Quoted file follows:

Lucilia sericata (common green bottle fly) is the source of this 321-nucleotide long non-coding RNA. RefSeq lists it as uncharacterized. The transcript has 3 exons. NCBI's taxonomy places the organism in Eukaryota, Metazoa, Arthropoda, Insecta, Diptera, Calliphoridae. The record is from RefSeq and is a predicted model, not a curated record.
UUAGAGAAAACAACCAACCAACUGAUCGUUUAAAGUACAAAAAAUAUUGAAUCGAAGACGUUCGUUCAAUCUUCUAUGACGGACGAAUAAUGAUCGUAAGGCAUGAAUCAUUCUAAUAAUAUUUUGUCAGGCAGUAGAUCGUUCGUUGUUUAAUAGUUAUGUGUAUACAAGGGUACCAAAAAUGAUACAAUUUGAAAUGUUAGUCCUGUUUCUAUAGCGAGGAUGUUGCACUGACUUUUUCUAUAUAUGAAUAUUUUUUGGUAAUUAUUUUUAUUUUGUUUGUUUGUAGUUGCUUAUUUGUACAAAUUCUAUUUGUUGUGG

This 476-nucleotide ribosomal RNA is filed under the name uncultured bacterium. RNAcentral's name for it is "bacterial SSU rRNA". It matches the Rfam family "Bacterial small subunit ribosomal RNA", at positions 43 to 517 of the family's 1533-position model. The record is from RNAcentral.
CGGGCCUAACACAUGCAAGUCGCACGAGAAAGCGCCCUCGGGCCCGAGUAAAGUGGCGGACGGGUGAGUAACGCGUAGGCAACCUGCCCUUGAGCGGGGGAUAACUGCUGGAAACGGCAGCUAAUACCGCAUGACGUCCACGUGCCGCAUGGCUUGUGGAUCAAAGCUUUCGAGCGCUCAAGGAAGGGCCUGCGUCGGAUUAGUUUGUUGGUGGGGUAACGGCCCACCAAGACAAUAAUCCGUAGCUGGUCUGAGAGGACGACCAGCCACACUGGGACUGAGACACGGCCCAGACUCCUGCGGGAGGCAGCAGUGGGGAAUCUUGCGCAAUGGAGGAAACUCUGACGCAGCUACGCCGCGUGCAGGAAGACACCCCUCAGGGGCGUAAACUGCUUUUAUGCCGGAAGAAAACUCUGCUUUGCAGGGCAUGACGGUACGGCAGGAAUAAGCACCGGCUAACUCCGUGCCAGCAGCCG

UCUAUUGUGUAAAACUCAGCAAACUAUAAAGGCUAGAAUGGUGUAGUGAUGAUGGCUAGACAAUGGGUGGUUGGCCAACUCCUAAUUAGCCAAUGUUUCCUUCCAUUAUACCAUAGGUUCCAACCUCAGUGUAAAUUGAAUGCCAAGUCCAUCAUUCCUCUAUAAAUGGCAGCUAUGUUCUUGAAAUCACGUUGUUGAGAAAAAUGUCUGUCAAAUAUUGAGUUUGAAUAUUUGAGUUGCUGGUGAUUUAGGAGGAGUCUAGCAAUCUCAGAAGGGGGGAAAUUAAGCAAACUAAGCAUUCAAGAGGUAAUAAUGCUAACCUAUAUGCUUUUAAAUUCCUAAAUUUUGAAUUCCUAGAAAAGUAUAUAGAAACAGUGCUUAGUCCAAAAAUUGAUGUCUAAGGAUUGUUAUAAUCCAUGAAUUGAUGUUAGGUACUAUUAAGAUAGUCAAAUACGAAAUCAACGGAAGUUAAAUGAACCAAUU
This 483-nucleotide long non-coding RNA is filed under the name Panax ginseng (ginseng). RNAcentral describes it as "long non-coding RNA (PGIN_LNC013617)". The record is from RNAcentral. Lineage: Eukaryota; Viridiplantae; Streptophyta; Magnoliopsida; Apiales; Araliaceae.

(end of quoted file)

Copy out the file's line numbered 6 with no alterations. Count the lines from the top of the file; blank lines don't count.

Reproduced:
This 483-nucleotide long non-coding RNA is filed under the name Panax ginseng (ginseng). RNAcentral describes it as "long non-coding RNA (PGIN_LNC013617)". The record is from RNAcentral. Lineage: Eukaryota; Viridiplantae; Streptophyta; Magnoliopsida; Apiales; Araliaceae.